Selling Old Style Racism As The Royal Treatment
Kathryn Stockett is the author of The Help. It’s a fictional story about a black woman who goes to work for a white family in post civil rights era Mississippi. Coincidentally, Ms. Stocket was born in 1969 and grew up in Jackson, Mississippi and had a black maid who took care of her white family. Although based on her childhood experiences, the story is not about her childhood or about her family’s housekeeper Demetrie.
Ms. Stockett says that even though she grew up in a town with a one to one black white ratio, she never had a black friend or a black neighbor or a black person in her school or any interaction with black people other than their maid Demetrie. The black woman went to work for her family fourteen years before Ms. Stockett was born. She actually went to work for her grandmother and stayed for more than thirty years. The only relationship with black people that Ms. Stockett experienced was the one where the white people, a complete family unit with parents and children, hire a black woman, a woman without any interactions with her own black family or community, to wait on them.
Ms. Stockett claims that her black maid was one of the closest people to her. From her perspective, their maid was treated like a queen who wanted for nothing. She adored the black maid as much as she adored her own mother. While her mother was always busy, Demetrie stood in and played games with the white children and never got cross. It was the black maid who knew to rock them when they had stomachs aches. It was Demetrie who went with the children to the doctor because Demetrie knew how to get the children to sit still for their injections and whatever procedures they needed.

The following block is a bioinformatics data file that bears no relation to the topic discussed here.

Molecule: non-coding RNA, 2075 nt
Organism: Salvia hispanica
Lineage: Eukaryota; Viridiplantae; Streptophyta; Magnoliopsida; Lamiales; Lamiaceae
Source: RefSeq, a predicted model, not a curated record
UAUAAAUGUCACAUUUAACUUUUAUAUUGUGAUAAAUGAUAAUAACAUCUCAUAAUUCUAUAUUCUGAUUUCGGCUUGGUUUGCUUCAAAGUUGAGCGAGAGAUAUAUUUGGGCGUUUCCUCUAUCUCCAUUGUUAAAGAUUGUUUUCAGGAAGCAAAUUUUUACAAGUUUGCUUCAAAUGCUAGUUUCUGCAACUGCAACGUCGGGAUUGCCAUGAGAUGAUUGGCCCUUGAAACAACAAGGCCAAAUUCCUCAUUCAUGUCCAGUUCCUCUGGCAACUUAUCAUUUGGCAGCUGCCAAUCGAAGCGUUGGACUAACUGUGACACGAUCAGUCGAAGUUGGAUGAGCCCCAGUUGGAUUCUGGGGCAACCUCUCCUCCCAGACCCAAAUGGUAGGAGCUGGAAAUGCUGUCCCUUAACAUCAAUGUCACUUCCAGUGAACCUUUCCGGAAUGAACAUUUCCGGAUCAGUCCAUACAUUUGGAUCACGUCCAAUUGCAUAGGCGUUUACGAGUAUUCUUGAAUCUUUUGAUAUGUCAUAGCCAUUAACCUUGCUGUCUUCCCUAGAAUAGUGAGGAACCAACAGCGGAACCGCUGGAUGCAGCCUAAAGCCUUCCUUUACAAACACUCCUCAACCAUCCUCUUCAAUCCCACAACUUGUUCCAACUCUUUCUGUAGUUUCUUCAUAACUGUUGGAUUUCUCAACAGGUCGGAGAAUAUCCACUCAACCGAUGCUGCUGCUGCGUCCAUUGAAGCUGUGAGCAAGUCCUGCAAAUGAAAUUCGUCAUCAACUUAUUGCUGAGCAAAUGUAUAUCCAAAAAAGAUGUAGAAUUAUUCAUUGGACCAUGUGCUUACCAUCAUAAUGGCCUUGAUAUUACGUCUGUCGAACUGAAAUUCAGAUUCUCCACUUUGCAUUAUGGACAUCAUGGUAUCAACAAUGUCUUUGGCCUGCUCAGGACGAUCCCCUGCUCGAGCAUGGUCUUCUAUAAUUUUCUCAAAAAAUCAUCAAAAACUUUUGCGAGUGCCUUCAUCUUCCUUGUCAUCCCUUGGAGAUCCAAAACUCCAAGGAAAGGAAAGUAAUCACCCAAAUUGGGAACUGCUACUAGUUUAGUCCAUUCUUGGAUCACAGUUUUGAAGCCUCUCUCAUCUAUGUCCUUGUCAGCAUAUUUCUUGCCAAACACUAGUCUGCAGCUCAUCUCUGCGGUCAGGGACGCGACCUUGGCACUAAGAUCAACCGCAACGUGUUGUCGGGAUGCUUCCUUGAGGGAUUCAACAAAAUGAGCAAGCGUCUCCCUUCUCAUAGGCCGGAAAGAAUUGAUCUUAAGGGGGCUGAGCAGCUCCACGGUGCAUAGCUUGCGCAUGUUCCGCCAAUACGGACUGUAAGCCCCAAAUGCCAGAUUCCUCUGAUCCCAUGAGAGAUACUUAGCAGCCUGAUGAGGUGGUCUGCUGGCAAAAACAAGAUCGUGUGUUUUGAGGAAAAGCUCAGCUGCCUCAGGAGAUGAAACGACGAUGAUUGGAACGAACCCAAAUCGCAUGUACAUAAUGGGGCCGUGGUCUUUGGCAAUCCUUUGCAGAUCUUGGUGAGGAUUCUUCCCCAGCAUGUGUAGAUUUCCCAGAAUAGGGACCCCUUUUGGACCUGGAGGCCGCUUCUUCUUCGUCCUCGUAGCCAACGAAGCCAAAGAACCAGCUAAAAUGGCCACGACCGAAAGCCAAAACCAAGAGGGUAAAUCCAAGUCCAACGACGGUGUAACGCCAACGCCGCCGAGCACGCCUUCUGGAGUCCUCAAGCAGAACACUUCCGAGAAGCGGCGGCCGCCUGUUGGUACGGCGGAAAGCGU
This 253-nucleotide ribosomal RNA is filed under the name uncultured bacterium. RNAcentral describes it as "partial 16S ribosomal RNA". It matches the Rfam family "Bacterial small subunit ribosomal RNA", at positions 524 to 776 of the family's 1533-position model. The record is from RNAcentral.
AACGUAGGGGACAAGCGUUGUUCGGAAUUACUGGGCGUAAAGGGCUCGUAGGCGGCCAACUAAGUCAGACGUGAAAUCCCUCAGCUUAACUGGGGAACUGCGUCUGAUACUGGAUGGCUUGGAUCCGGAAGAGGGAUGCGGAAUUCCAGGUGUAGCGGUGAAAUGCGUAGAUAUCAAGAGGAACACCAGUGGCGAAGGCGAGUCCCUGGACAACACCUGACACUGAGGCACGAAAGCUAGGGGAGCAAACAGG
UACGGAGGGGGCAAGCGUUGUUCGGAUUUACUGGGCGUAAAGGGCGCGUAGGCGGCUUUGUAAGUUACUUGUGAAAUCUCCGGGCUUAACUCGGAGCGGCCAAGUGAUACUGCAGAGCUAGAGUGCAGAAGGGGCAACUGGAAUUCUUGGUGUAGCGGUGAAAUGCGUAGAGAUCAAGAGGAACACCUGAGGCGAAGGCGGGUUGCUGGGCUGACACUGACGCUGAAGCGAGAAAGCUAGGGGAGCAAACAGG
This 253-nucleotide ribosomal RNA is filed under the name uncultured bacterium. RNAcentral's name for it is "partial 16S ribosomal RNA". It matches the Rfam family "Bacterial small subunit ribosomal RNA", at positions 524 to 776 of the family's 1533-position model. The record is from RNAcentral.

Black Demetrie knew the young Ms. Stockett and her siblings better than the parents did. But on the other hand, Ms. Stockett admits to some embarrassment at her inability to truly appreciate the complex nature of the role Demetrie had to play in their lives. For more than thirty years this black woman waited on this family. Every single day that Ms. Stockett saw her only black friend the maid, the black woman would be seen wearing nothing other than her stark white maid uniform. Ms. Stockett was blissfully ignorant of the true nature of the relationship she and her family had with the hired help.
Ms. Stockett says that the maid knew the unwritten rules of acceptable and unacceptable black behavior established by the white people of Mississippi. She writes that while laws supporting segregation were erased, the rules supporting segregation were not. In order for the black maid to be accepted in certain white people circles, she had to have that white uniform. In order for black people to exist among these white people, they had best submit and accept their secondary status.